May 7, 2009 3 Comments
In a thread over at Metaversally Speaking headed (surely ironically) “Entitlement”, various luminaries of the SL fashion scene muse once again on the inexplicable reluctance of the public to pay more than token sums for their virtual creations. The problem is identified as an unwarranted sense of “entitlement” among consumers, who fail to recognise the importance of rewarding creative types handsomely, lest they take their talents elsewhere. Freebie culture is the villain of the piece; the remedies suggested include a price-fixing fashionista cartel, and state (or Linden) intervention to maintain price stability. (Regular readers will recall that I have my own theory about the determinants of value in SL; if you don’t like that one then I’ve got another).
I might find all this a little less ridiculous if I believed that the distressed designers were the sort to visit their local farmers’ market rather than Wal-Mart, drink nothing but fair-trade coffee, and make sure that their clothes don’t come from sweatshops. Maybe they are, but I can’t help thinking that the these virtual entrepreneurs are more likely to be the type who worship the free-market (except of course when it works against their interests).
There is also some irony in the fact that virtual worlds like Second Life could never have come into existence without the collapse in hardware costs over the last decade, which in turn has depended on wholesale exploitation of workers in developing countries. If the SL fashion crowd want to know about being inadequately rewarded for their labour they should talk to the people who inhale toxic fumes in Chinese factories while producing the cheap computers, routers and flat screens that we in the west feel “entitled” to.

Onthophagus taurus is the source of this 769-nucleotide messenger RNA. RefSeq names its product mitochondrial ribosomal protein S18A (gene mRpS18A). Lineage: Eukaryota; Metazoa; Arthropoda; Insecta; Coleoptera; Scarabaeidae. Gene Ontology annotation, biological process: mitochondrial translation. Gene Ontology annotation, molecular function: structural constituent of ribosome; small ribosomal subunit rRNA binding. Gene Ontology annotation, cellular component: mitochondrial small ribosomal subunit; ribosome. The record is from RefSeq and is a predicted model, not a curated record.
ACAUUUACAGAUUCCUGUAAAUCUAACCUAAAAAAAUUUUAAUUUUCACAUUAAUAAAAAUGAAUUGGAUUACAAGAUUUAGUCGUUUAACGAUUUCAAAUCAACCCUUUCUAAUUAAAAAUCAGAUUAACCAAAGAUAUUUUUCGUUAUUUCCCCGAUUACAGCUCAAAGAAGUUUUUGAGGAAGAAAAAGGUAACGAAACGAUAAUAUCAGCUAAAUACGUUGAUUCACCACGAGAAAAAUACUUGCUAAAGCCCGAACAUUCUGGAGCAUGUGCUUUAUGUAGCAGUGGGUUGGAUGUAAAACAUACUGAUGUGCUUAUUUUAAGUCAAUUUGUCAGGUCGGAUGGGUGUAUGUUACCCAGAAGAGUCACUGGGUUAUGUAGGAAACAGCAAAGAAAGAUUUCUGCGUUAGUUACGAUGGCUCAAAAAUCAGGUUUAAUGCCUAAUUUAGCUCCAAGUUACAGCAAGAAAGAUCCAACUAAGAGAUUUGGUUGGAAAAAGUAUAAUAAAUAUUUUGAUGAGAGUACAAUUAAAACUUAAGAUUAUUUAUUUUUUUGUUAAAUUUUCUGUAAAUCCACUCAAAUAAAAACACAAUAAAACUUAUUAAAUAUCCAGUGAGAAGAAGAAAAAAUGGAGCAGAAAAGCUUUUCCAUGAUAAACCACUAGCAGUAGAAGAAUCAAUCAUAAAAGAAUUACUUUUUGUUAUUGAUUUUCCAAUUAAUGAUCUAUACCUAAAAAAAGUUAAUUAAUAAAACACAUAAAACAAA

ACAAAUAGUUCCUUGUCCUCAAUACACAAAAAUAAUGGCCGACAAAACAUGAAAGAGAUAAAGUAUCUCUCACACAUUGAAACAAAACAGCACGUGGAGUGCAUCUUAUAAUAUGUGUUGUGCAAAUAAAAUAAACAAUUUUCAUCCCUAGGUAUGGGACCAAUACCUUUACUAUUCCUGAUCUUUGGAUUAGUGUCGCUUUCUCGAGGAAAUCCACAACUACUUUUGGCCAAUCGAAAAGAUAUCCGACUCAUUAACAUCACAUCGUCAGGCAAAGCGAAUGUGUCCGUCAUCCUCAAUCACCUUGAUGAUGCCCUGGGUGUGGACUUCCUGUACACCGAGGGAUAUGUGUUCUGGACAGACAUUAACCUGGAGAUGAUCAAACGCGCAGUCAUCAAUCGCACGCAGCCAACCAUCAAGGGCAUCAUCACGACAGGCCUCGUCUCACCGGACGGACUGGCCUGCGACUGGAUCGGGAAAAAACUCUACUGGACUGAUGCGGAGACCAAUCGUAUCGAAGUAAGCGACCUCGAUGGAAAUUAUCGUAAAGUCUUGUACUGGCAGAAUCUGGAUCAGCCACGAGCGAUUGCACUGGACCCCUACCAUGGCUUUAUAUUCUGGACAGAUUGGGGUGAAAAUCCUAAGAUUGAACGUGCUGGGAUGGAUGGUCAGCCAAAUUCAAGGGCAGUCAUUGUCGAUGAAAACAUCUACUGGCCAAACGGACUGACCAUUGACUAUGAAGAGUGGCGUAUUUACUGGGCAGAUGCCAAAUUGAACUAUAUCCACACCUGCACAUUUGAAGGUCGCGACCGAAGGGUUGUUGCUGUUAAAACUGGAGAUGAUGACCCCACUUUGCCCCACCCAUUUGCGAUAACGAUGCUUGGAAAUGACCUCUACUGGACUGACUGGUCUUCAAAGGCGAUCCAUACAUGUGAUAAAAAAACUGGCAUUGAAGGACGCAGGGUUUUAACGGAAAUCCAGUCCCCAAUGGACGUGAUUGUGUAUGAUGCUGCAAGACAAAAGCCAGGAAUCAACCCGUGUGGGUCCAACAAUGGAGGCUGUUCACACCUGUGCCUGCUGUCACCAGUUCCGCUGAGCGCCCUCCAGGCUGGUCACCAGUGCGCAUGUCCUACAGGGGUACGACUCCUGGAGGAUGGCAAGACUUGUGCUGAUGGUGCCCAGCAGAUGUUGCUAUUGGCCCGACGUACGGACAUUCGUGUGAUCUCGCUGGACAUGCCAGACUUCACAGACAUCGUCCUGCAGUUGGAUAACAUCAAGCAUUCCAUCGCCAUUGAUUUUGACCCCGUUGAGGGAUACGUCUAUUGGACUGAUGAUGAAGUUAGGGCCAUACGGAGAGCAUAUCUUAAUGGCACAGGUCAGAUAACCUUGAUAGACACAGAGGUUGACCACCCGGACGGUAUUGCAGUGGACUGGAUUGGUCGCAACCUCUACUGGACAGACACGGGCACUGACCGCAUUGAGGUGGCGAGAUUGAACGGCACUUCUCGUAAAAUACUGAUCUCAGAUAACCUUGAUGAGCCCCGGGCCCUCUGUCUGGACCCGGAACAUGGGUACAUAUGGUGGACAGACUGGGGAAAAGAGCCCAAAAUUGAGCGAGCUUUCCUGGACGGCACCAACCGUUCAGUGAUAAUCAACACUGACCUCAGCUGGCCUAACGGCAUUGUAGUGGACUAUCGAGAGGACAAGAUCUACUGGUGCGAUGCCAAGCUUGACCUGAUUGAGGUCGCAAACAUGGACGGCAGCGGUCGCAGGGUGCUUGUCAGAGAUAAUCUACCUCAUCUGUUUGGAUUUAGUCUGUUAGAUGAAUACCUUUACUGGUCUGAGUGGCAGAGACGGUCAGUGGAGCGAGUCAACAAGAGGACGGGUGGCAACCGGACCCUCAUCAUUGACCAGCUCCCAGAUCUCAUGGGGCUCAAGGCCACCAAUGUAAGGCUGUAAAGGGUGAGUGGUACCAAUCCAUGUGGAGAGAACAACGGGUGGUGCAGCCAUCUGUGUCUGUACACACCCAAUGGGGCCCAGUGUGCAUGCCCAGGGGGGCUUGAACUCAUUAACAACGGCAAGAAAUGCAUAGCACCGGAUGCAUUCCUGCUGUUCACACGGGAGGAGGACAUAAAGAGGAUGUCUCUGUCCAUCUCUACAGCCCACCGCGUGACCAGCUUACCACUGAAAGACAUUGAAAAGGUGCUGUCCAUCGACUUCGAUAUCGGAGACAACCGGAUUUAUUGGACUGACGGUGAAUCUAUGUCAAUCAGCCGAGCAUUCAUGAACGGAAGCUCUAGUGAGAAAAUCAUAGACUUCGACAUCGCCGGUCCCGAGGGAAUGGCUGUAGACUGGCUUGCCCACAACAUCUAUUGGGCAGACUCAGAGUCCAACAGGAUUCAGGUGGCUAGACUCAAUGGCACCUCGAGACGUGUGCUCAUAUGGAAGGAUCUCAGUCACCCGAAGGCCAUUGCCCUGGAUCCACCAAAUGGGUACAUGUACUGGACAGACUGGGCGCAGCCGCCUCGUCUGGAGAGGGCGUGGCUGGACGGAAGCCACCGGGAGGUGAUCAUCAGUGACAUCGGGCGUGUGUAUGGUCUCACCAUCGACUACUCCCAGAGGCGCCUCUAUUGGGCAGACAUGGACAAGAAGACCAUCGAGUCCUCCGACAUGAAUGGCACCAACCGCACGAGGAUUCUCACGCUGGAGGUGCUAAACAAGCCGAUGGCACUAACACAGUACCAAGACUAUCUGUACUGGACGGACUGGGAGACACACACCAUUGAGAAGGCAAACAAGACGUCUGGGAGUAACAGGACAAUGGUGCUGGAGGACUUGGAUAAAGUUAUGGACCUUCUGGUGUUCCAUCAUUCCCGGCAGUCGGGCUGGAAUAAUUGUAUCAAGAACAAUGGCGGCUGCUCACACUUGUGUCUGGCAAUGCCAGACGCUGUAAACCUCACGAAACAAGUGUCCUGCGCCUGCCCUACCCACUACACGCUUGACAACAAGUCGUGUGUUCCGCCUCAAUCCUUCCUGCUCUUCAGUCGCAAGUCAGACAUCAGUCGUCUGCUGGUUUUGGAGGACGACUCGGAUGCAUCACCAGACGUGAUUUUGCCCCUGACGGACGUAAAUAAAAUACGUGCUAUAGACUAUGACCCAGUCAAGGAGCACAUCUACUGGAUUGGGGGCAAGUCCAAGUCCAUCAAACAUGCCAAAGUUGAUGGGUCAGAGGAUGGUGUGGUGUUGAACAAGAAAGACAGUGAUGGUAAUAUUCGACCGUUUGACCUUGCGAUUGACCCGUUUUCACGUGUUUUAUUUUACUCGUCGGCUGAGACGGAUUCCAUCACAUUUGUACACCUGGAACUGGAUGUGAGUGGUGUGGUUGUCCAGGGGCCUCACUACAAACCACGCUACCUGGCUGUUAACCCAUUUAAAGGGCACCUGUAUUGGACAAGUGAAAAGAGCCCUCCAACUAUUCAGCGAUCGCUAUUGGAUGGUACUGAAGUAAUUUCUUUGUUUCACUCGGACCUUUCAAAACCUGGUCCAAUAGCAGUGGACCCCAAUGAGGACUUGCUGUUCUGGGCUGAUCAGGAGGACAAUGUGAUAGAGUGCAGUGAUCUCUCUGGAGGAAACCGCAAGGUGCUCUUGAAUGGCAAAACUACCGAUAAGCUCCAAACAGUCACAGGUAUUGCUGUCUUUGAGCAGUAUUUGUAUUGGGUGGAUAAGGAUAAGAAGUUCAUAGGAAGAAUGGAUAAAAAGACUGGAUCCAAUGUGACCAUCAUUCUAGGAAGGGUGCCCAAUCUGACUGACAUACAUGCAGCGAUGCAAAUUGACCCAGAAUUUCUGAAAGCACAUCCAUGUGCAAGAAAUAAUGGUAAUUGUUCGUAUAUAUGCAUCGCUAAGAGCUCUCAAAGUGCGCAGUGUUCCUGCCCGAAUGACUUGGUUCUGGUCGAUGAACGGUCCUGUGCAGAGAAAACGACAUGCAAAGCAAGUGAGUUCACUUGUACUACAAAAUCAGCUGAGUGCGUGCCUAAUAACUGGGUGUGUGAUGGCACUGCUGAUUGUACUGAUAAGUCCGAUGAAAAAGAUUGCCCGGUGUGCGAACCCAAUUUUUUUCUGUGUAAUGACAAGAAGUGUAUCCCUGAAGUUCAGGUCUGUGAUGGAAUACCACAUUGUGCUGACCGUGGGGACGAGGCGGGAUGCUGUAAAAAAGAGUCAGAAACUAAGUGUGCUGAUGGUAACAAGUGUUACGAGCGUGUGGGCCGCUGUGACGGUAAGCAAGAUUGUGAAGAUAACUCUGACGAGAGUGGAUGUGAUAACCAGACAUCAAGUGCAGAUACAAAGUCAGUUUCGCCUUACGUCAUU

It all raises the question of why people are getting so bothered about something that seems fairly inconsequential. The figures from the Lindens, backed up by a survey reported in the Herald last week, show that only a very few people are earning more than a pittance from virtual commerce, so it’s not as if anyone’s livelihood is at stake.
What is at stake is self-image. Are you really a fashion designer, or are you just playing the part of one in a game? If you’re happy to accept that it’s all just role-play, then the in-game pay-off of L$ and attention from other players will be reward enough. If however part of your real-life identity is invested in your virtual activity, then you will want something more tangible, like crisp US$ bills, that you can show to your friends to convince them, and of course yourself, that your Second Life status is actually worth something in the world beyond the SL blogosphere.
When the material recognition of your virtual talent is unforthcoming, as it generally is, you have two choices – you can get angry with the world for failing to give you due respect, or, more productively, you can reassess your goals, ask yourself if it’s really worth getting so bothered about a game, and redirect your energy into something that is more likely to make you happy.